Here’s a great article on the educational reasons why Firefox should be standard on institutional standard builds
Educational reasons why education institutions should provide Firefox on the standard disk image for client (staff and student) desktops.
Background: IT may want to only support one browser.
- Pedagogical reasons:
- We need to help students become bi-browseral (aka bi-lingual), i.e., students should be learning to make effective use of the two most frequent browsers in the market – only providing one browser risks inadequately preparing students for work environments.
- FF is free and opensource..non-propriety..good model of use for education.
- Need to test web materials on multiple browsers because students are not all using IE.
- Production subjects require more than one browser to test pages in – IE and Firefox at a minimum
- It is important for a public educational institution to be non-proprietary where possible.
- IE6 doesn’t offer tabbed browsing (IE7 is better but not supported at UC?)
- FF has lots of add-ons (this one really needs to be emphasised – it has GREAT add ons- RG) – to not include FF on the desktop will be to actively discourage users from utilising many valuable research and productivity tools that are becoming common and expected features for the workflow of an increasing proportion of staff and numbers.
- FF supports RSS feeds and good feed management – this is becoming especially important to teaching and learning
- Firefox is faster than IE and more stable
- FF is a cross-platform browser, supported on Mac, Windows, and Linux (IE is windows only) – thus students can be trained once for both platforms (saves on training costs and lost tutorial times) – this suggests Firefox should be the standard browser, with platform-specific browsers such as IE, Safari, etc. supported as secondary browsers.
- FF is supported by an active and responsive community of developers – this reduces security concerns as there are a larger group of people finding problems and patching bugs; it’s considered more secure for a number of other reasons as well; for example, see http://searchenterpriselinux.techtarget.com/originalContent/0,289142,sid39_gci1076079,00.html
- Some of the exploits which are targeted for IE can be avoided by having a different browser, see http://blogs.zdnet.com/security/?p=387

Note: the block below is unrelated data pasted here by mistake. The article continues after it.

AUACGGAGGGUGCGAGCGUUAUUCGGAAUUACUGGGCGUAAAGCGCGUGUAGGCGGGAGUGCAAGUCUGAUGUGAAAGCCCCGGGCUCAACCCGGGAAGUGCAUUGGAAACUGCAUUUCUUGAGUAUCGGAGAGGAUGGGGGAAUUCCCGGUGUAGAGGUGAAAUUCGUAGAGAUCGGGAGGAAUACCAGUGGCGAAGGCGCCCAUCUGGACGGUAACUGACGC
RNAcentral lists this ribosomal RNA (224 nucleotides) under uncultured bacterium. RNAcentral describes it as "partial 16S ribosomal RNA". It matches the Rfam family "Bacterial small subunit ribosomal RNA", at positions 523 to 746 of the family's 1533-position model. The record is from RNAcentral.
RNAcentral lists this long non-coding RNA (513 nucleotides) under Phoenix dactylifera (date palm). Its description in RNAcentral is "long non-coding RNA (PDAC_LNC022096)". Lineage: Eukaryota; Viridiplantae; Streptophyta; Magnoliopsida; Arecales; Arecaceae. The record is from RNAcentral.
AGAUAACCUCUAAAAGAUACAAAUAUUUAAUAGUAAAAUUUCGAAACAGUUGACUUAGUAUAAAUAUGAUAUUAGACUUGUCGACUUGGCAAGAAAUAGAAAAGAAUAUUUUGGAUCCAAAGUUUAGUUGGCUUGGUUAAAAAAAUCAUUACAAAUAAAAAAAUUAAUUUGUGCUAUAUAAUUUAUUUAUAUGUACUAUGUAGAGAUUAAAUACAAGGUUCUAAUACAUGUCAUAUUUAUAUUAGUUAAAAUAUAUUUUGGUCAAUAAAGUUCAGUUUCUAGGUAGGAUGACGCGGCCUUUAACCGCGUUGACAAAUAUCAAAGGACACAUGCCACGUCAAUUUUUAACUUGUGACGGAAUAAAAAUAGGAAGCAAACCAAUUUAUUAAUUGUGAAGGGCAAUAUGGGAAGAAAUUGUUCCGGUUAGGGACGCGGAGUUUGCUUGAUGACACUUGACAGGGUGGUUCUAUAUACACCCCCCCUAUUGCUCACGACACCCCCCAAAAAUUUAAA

- Standards compliance
- IE is not standards compliant does not fully support W3 standards
- Lack of standards compliance should be a major issue for the University, as web-based applications developed for IE may not be compatible with future versions of IE.
- There is a good business case for not standardising to IE because of its lack of standards compliance.
- Many people already use and prefer FF, especially people who like using computers
- According to http://www.w3schools.com/browsers/browsers_stats.asp about 1/3rd of the population use FF, one half IE
- Within educational institutions with more demanding users, this figure may be substantially higher
- Numerous students now use Apple computers at home or as laptops – they will not be using IE since it is not supported on Macs
- The trend is towards increased use of FF, not less; if UC decides not to support FF, we’re moving against the tide – is there a sound reason for doing this? According to one study, in 2005 26% of companies supported FF. In only one year that figure jumped to 44%. See IE7 Vs. Firefox 2.0: Why This Browser Battle Matters To Business
- Business case
- What is the business case for not supporting more than one browser?
- Surely there’s a case for user choice, esp given that it’s not even complicated – it’s just a browser
- What support ‘costs’ are associated with supporting more than one browser?
- Firefox is useful because it is a tool which can be adapted.
- A school or university might have a custom purpose for a toolbar and make their own to suit a specific need: http://www.borngeek.com/firefox/toolbar-tutorial